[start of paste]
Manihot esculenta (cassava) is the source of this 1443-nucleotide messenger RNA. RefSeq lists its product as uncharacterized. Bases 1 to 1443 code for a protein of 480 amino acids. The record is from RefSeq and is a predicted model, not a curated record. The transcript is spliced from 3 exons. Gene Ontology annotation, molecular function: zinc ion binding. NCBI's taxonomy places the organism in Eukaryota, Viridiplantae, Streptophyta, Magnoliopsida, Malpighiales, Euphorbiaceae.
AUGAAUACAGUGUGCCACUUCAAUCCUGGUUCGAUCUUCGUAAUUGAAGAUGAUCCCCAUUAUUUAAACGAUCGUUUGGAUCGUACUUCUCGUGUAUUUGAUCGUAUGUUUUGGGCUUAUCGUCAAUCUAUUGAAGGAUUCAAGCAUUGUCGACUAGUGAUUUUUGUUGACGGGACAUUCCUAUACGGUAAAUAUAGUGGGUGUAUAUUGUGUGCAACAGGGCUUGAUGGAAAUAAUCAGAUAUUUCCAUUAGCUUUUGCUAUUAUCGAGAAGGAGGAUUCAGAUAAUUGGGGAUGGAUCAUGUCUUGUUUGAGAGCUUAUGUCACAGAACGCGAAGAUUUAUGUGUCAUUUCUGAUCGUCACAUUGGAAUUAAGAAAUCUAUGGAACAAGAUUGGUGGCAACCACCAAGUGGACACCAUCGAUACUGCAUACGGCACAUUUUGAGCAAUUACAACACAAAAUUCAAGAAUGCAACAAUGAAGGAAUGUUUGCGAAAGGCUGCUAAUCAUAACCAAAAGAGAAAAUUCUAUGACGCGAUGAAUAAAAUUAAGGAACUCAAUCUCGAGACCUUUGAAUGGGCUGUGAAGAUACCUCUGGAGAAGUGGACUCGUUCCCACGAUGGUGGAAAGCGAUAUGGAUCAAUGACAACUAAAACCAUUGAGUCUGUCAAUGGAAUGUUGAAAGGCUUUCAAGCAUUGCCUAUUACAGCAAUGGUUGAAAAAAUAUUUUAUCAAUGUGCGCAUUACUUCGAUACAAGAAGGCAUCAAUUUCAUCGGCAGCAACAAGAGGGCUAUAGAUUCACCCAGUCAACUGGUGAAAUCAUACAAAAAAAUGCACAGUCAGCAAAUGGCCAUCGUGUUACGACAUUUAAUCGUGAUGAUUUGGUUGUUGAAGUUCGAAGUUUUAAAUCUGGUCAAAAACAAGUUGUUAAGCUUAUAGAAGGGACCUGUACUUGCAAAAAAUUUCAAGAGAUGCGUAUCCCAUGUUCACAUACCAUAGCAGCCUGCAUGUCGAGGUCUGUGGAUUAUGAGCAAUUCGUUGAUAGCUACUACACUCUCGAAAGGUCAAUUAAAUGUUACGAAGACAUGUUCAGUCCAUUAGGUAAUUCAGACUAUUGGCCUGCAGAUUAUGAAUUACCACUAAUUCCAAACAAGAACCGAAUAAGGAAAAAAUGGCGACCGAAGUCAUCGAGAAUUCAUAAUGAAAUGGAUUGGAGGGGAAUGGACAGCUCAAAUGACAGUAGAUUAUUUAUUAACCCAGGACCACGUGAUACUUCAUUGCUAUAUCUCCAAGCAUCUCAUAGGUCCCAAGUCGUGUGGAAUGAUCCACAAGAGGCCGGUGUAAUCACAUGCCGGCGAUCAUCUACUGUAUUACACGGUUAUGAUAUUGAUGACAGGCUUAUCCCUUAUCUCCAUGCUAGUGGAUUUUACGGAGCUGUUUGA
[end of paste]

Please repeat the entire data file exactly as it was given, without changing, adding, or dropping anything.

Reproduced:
Manihot esculenta (cassava) is the source of this 1443-nucleotide messenger RNA. RefSeq lists its product as uncharacterized. Bases 1 to 1443 code for a protein of 480 amino acids. The record is from RefSeq and is a predicted model, not a curated record. The transcript is spliced from 3 exons. Gene Ontology annotation, molecular function: zinc ion binding. NCBI's taxonomy places the organism in Eukaryota, Viridiplantae, Streptophyta, Magnoliopsida, Malpighiales, Euphorbiaceae.
AUGAAUACAGUGUGCCACUUCAAUCCUGGUUCGAUCUUCGUAAUUGAAGAUGAUCCCCAUUAUUUAAACGAUCGUUUGGAUCGUACUUCUCGUGUAUUUGAUCGUAUGUUUUGGGCUUAUCGUCAAUCUAUUGAAGGAUUCAAGCAUUGUCGACUAGUGAUUUUUGUUGACGGGACAUUCCUAUACGGUAAAUAUAGUGGGUGUAUAUUGUGUGCAACAGGGCUUGAUGGAAAUAAUCAGAUAUUUCCAUUAGCUUUUGCUAUUAUCGAGAAGGAGGAUUCAGAUAAUUGGGGAUGGAUCAUGUCUUGUUUGAGAGCUUAUGUCACAGAACGCGAAGAUUUAUGUGUCAUUUCUGAUCGUCACAUUGGAAUUAAGAAAUCUAUGGAACAAGAUUGGUGGCAACCACCAAGUGGACACCAUCGAUACUGCAUACGGCACAUUUUGAGCAAUUACAACACAAAAUUCAAGAAUGCAACAAUGAAGGAAUGUUUGCGAAAGGCUGCUAAUCAUAACCAAAAGAGAAAAUUCUAUGACGCGAUGAAUAAAAUUAAGGAACUCAAUCUCGAGACCUUUGAAUGGGCUGUGAAGAUACCUCUGGAGAAGUGGACUCGUUCCCACGAUGGUGGAAAGCGAUAUGGAUCAAUGACAACUAAAACCAUUGAGUCUGUCAAUGGAAUGUUGAAAGGCUUUCAAGCAUUGCCUAUUACAGCAAUGGUUGAAAAAAUAUUUUAUCAAUGUGCGCAUUACUUCGAUACAAGAAGGCAUCAAUUUCAUCGGCAGCAACAAGAGGGCUAUAGAUUCACCCAGUCAACUGGUGAAAUCAUACAAAAAAAUGCACAGUCAGCAAAUGGCCAUCGUGUUACGACAUUUAAUCGUGAUGAUUUGGUUGUUGAAGUUCGAAGUUUUAAAUCUGGUCAAAAACAAGUUGUUAAGCUUAUAGAAGGGACCUGUACUUGCAAAAAAUUUCAAGAGAUGCGUAUCCCAUGUUCACAUACCAUAGCAGCCUGCAUGUCGAGGUCUGUGGAUUAUGAGCAAUUCGUUGAUAGCUACUACACUCUCGAAAGGUCAAUUAAAUGUUACGAAGACAUGUUCAGUCCAUUAGGUAAUUCAGACUAUUGGCCUGCAGAUUAUGAAUUACCACUAAUUCCAAACAAGAACCGAAUAAGGAAAAAAUGGCGACCGAAGUCAUCGAGAAUUCAUAAUGAAAUGGAUUGGAGGGGAAUGGACAGCUCAAAUGACAGUAGAUUAUUUAUUAACCCAGGACCACGUGAUACUUCAUUGCUAUAUCUCCAAGCAUCUCAUAGGUCCCAAGUCGUGUGGAAUGAUCCACAAGAGGCCGGUGUAAUCACAUGCCGGCGAUCAUCUACUGUAUUACACGGUUAUGAUAUUGAUGACAGGCUUAUCCCUUAUCUCCAUGCUAGUGGAUUUUACGGAGCUGUUUGA